A church for broken people

The other year, while visiting a church, I met a woman. She was about 40 years old and very attractive, both in appearance and personality. I noticed her during the first song because of the beauty of her voice, and because she sang the words like someone who loved the Lord Jesus. She told me she had until recently been a music leader at another church, but had been retired because she no longer possessed the magazine-cover beauty which that church’s culture of worship required. Who knows, perhaps there was another side to her story. But she certainly felt broken and discarded.

Extreme examples make good opening paragraphs; they make us feel righteous. So let us recognise how hard it is for even the most biblical of churches in this glittering city to escape the cult of the Beautiful People. We dress well, we smile and make eye contact, we smell nice and make nice conversation. We radiate Health and Happiness – and yes, that is no bad thing. Often it is a blessing that flows from the gospel, a symptom of lives transformed by the Good News of reconciliation to God through Christ. But when the broken people feel that they are standing unnoticed outside the circle of light, we have a problem.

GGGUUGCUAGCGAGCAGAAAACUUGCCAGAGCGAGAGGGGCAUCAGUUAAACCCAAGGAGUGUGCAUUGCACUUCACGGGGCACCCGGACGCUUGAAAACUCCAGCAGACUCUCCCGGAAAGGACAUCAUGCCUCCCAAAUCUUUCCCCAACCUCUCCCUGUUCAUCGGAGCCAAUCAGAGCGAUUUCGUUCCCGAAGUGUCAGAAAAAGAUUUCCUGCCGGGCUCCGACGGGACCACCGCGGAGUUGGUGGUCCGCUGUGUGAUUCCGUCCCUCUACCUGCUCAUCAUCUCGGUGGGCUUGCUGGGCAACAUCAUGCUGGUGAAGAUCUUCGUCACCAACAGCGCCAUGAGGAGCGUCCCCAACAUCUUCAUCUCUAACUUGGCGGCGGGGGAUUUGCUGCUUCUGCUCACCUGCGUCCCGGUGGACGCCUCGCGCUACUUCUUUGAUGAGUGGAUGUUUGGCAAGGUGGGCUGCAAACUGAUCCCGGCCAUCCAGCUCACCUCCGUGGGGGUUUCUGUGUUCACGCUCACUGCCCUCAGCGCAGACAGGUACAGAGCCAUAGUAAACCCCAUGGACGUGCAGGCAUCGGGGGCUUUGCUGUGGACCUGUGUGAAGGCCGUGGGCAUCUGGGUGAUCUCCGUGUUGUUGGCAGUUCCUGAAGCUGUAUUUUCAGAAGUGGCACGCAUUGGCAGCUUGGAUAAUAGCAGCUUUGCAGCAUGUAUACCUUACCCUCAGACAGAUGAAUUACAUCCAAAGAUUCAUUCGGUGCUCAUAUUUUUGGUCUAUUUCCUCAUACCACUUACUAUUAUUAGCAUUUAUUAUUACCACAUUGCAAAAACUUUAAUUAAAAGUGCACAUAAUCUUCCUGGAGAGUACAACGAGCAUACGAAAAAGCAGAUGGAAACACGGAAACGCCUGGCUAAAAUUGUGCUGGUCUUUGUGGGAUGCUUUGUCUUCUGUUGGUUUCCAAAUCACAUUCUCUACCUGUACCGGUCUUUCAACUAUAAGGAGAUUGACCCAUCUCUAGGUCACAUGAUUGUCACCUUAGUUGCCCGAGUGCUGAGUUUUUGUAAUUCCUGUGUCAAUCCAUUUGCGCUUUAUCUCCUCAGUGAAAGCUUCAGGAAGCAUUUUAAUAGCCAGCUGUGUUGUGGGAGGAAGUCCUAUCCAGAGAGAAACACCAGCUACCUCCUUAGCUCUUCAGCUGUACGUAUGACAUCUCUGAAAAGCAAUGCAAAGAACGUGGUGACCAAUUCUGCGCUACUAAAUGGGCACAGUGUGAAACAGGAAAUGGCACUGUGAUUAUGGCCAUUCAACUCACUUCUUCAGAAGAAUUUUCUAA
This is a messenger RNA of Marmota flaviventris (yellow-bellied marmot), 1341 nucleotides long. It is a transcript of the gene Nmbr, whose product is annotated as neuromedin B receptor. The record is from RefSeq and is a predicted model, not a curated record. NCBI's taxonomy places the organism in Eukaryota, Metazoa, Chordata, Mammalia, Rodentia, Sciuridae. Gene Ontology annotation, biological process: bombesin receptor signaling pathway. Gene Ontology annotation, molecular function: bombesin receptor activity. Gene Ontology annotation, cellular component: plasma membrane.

At my own church we place the names of sick members at the bottom of the news sheet, and pray for them in church. We cook meals for new mums, and many who suffer find themselves quietly cared for. It’s a good start. But the experience of brokenness remains for the most part on the fringes of our common life. When did we – when did you at your church – join our voices to the voices of Christ and his people by saying (or even singing) words like this together:

For the director of music. A psalm of David.

1How long, Lord? Will you forget me for ever?

How long will you hide your face from me?

2How long must I wrestle with my thoughts

and day after day have sorrow in my heart?

How long will my enemy triumph over me?

3Look on me and answer, Lord my God.

Give light to my eyes, or I will sleep in death,

4and my enemy will say, I have overcome him,

and my foes will rejoice when I fall.

5But I trust in your unfailing love;

my heart rejoices in your salvation.

6I will sing the Lord’s praise,

for he has been good to me. (Psalm 13, NIV)